This arti­cle is part 13 of 17 in the series The D.C. Reunion

Any sus­pi­cion that Panghurst might be plan­ning on leav­ing the hotel proved to be unfound­ed, and a cou­ple of min­utes before 1900, my read­ing of the Post was inter­rupt­ed by his famil­iar voice, “Ready for din­ner, Mikel?”  He was nat­ti­ly attired in gray trousers and a tweed jack­et over a but­ton-down col­lar light gray shirt.  The jack­et had leather patch­es at the elbows, which I thought had gone out of style years ago, but his white hair and beard com­pli­ment­ed his clothes extreme­ly well.  He could eas­i­ly be tak­en for a well-heeled busi­ness­man or lob­by­ist, a look that cer­tain­ly fit in in Washington D.C.

I asked him if he want­ed to take the paper to look through lat­er. When he declined, I fold­ed it and placed it on the small table beside the chair I had been occu­py­ing.  I expect­ed that some oth­er hotel patron might want to look through it and would be thank­ful for not hav­ing to pur­chase a copy.

We entered the restau­rant togeth­er, and the wait­ing maître d’ ush­ered us to a small table, once again near a win­dow.  Panghurst asked if we could take one of the oth­er tables locat­ed adja­cent to one of the inte­ri­or walls of the restau­rant. The maître d’ read­i­ly oblig­ed, let­ting us know that our wait­er would be along short­ly.  I real­ized that Panghurst’s pen­chant for din­ing away from win­dows may have had some­thing to do with want­i­ng to avoid being under sur­veil­lance from the street, or per­haps he had had some unpleas­ant expe­ri­ence before while being so exposed.  It was of no import to me.  I enjoy watch­ing passers­by while eat­ing, but my empha­sis usu­al­ly is on enjoy­ing the meal, not deal­ing with out­side distractions.

Our wait­er appeared a short time lat­er, fill­ing our water glass­es and ask­ing if we would like some­thing to drink before din­ner.  Panghurst sug­gest­ed a glass of plum wine.  I typ­i­cal­ly don’t have plum wine except with ori­en­tal cui­sine but had no rea­son to decline.  We agreed to tell the wait­er we would order din­ner a bit lat­er, after enjoy­ing the wine for a lit­tle while. We eased into our chairs for small talk while sam­pling the sweet, fruity liquor.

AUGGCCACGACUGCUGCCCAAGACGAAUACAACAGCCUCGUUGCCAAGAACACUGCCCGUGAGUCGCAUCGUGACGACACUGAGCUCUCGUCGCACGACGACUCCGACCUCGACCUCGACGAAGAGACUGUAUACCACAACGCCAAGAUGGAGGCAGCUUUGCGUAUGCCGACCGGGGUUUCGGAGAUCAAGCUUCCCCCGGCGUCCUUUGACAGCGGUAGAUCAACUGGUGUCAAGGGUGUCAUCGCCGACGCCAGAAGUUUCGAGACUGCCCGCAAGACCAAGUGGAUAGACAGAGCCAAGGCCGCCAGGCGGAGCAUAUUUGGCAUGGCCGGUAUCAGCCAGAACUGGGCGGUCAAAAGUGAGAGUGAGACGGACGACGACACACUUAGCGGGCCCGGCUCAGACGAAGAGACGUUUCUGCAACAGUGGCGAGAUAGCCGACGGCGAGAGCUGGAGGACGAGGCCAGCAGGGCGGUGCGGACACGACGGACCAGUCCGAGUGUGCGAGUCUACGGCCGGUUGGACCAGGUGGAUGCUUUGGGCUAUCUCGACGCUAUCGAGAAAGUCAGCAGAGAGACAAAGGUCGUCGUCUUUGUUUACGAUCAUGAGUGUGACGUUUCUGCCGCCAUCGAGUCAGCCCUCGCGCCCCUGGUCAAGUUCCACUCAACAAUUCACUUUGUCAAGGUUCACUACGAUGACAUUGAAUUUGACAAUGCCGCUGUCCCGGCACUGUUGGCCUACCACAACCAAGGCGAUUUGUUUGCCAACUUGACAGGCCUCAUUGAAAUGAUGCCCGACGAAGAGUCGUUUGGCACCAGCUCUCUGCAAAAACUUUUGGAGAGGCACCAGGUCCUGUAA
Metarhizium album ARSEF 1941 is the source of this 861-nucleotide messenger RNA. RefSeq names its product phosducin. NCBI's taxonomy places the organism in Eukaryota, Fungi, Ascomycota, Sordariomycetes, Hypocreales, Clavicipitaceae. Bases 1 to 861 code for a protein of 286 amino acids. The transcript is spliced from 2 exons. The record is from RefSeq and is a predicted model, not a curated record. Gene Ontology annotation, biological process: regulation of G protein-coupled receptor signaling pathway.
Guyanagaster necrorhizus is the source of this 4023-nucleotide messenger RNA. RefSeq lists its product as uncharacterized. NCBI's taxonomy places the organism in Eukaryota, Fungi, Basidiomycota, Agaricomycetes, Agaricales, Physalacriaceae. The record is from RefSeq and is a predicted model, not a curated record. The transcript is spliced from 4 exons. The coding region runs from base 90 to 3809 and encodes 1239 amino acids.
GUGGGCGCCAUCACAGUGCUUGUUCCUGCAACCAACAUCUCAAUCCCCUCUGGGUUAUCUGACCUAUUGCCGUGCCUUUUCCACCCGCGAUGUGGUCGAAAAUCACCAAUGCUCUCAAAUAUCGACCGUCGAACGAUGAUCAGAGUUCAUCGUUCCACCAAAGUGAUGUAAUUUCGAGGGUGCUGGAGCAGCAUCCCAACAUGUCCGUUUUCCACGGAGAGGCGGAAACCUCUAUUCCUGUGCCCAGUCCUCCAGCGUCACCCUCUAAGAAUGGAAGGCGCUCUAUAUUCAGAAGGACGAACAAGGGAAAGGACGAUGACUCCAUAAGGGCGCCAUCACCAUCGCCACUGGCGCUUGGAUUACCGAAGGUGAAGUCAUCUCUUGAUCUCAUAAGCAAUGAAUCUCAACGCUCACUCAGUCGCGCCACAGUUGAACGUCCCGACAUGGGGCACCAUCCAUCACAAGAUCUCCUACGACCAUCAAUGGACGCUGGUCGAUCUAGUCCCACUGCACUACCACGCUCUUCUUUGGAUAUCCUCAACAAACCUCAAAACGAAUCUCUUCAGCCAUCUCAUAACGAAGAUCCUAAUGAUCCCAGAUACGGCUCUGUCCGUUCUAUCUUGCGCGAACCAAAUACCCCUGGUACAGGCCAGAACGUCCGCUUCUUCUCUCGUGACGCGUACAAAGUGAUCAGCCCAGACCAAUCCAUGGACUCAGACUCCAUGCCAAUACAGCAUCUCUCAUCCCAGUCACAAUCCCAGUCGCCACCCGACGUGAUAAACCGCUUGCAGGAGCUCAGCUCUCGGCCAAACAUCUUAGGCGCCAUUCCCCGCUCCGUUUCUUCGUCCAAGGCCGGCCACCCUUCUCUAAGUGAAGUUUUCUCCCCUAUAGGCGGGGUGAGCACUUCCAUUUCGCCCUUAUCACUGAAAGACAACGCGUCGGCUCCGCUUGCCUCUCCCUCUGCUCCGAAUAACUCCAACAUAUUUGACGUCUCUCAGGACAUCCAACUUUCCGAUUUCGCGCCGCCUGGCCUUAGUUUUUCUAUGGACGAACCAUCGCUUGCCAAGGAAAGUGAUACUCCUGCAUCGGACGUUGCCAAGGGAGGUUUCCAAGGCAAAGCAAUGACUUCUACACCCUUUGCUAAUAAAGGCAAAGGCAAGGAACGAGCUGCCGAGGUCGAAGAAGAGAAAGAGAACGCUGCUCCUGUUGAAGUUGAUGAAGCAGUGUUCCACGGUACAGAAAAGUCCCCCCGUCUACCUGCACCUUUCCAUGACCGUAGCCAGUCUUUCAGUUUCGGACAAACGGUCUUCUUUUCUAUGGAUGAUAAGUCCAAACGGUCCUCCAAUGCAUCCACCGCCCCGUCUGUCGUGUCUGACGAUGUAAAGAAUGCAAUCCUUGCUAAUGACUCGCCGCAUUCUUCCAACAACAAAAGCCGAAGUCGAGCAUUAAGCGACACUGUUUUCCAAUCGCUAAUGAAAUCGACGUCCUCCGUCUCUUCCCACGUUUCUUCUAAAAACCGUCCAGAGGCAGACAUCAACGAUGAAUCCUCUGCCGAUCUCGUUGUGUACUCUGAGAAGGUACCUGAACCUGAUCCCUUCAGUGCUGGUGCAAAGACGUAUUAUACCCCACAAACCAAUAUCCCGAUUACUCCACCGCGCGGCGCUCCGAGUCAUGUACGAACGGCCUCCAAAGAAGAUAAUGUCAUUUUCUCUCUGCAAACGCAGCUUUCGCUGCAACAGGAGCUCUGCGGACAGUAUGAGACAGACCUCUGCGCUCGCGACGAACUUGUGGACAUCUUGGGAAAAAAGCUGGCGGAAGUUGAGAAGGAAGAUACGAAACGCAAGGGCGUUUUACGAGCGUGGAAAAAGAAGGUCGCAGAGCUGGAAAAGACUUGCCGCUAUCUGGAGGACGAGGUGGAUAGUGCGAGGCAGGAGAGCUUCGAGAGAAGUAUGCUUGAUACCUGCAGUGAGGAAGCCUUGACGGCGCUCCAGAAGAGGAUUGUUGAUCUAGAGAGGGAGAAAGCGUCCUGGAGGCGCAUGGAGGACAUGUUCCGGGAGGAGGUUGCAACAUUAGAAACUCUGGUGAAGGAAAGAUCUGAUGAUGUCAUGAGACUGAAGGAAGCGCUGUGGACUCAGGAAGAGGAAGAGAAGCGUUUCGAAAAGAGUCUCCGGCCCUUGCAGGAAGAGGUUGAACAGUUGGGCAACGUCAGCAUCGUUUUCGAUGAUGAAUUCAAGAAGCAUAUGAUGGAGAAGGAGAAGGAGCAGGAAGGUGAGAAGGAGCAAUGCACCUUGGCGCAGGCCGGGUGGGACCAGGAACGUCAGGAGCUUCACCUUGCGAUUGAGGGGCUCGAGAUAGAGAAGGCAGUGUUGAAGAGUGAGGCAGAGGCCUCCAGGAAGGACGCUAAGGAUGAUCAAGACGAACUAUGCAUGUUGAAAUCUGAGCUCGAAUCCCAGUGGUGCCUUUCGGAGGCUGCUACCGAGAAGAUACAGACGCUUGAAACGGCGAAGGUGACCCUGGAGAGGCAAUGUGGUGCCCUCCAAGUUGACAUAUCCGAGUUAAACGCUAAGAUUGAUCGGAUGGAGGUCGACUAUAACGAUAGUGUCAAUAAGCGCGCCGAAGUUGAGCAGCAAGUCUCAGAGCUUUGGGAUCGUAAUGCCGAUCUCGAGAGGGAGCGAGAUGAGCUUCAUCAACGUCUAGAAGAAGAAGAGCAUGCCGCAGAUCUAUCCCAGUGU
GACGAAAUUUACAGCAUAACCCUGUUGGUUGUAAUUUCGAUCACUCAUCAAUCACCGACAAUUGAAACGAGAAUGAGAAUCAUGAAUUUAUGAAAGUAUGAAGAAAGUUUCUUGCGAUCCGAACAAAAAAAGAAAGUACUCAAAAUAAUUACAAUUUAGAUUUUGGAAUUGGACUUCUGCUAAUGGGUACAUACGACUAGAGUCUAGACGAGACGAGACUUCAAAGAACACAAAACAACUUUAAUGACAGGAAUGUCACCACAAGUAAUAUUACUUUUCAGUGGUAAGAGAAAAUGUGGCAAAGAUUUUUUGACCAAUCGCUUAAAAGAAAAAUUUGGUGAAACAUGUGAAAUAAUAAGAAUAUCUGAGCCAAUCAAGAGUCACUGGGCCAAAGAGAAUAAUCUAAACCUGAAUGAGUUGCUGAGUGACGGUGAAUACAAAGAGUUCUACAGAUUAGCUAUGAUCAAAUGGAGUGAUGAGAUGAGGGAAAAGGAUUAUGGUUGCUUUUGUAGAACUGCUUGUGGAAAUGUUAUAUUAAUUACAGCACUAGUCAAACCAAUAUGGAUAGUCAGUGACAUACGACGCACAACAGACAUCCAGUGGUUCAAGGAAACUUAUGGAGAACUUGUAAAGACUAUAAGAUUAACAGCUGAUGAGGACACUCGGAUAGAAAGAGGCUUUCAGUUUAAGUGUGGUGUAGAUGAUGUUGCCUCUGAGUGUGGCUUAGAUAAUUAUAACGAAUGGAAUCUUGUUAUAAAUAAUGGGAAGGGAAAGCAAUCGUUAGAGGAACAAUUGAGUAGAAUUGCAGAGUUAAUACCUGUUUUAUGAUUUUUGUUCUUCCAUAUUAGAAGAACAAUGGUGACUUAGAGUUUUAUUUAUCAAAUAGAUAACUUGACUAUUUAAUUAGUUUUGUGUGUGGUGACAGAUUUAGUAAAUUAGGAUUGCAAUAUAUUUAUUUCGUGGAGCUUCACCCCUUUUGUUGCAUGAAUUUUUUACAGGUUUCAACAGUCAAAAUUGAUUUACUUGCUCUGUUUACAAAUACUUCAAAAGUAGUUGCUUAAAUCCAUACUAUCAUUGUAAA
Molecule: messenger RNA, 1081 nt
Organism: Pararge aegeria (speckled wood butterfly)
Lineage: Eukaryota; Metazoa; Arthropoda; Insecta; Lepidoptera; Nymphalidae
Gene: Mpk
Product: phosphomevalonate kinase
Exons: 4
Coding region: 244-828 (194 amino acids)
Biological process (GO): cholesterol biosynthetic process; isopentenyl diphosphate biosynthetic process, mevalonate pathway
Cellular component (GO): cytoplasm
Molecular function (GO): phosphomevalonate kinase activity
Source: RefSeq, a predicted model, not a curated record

“So, Armin, how long will you be in Washington?” I began.

“Not real­ly sure.  As long as it takes.  I don’t have a def­i­nite sched­ule right now and since I’m on an expense account, I real­ly don’t have any rea­son to rush things.  How about you?”

“Just a cou­ple more days.  I’ll be doing lec­tures on secu­ri­ty on both days to small groups made up of peo­ple from var­i­ous busi­ness­es head­quar­tered here.  If they go back and give good reports, I’ll prob­a­bly get some addi­tion­al calls to address those spe­cif­ic busi­ness­es.  These first two lec­tures will be kin­da gener­ic, just enough to whet their appetites, I hope.

“What about you?  What kin­da busi­ness brings you here?”

“Arms.  I’m a rov­ing sales rep­re­sen­ta­tive for BFR Fabrique, a fair­ly new com­pa­ny that spe­cial­izes in small arms and rifles.  They’re heav­i­ly into new designs uti­liz­ing com­pos­ite mate­ri­als and are inter­est­ed in try­ing to mar­ket their prod­ucts to police forces and mil­i­tary units.  They’ve got some pret­ty inno­v­a­tive stuff and I’m hop­ing I can get a foot in with the Pentagon here. But it’s going to be extreme­ly hard, see­ing as how so many estab­lished man­u­fac­tur­ers have ‘bought in’ so heav­i­ly.  It’s a hard mar­ket to crack.” 

He empha­sized the term “bought in,” so I’d under­stand that the peo­ple who make deci­sions about which weapons get bought usu­al­ly are in the pock­ets of those from whom such weapons are bought, whether it’s a new fight­er jet or a gas mask.

“Of course,” he con­tin­ued, “one of the dif­fi­cul­ties with my busi­ness is that I can’t just haul my wares onto a plane and fly into anoth­er coun­try.  Carrying weapons any­where in the world now is real­ly dif­fi­cult unless you’re a smuggler.”

“So, how can you demon­strate your wares?”

“We ship sam­ples and ammo ahead of wher­ev­er I’m going and arrange­ments are made for me to col­lect the pack­ages at some loca­tion in-country.”

Although I was fair­ly cer­tain that Panghurst was lying about his busi­ness, his expla­na­tion for mov­ing weapons around the world may be a clue as to how the EMP device was han­dled.  He undoubt­ed­ly knew that he was under con­stant sur­veil­lance, and being sep­a­rat­ed from the device until he was ready to use it made the most sense.

The more I kept him talk­ing, the more I might be able to glean from him with­out his know­ing it.

When our wait­er returned, we both ordered arti­san greens appe­tiz­ers. Panghurst opt­ed for the black angus beef ten­der­loin Rosini, medi­um rare, and I went for black­ened grilled rock­fish.  With fish and beef, dif­fer­ent wines might have been appro­pri­ate but we set­tled on a bot­tle of Chardonnay for the both of us and, in short order, were bask­ing in a sump­tu­ous meal, expert­ly done.  We did­n’t fin­ish the bot­tle of wine but, at the end of the meal, decid­ed to enjoy the qui­et refined atmos­phere of the restau­rant with a glass of sher­ry, rather than expe­ri­ence the noi­some Off the Record bar nearby.

As we were sip­ping the sher­ry, Panghurst sur­prised me.

  • Chuck Witt

    Chuck is a retired archi­tect, a for­mer news­pa­per colum­nist, and a life­long res­i­dent of Winchester.

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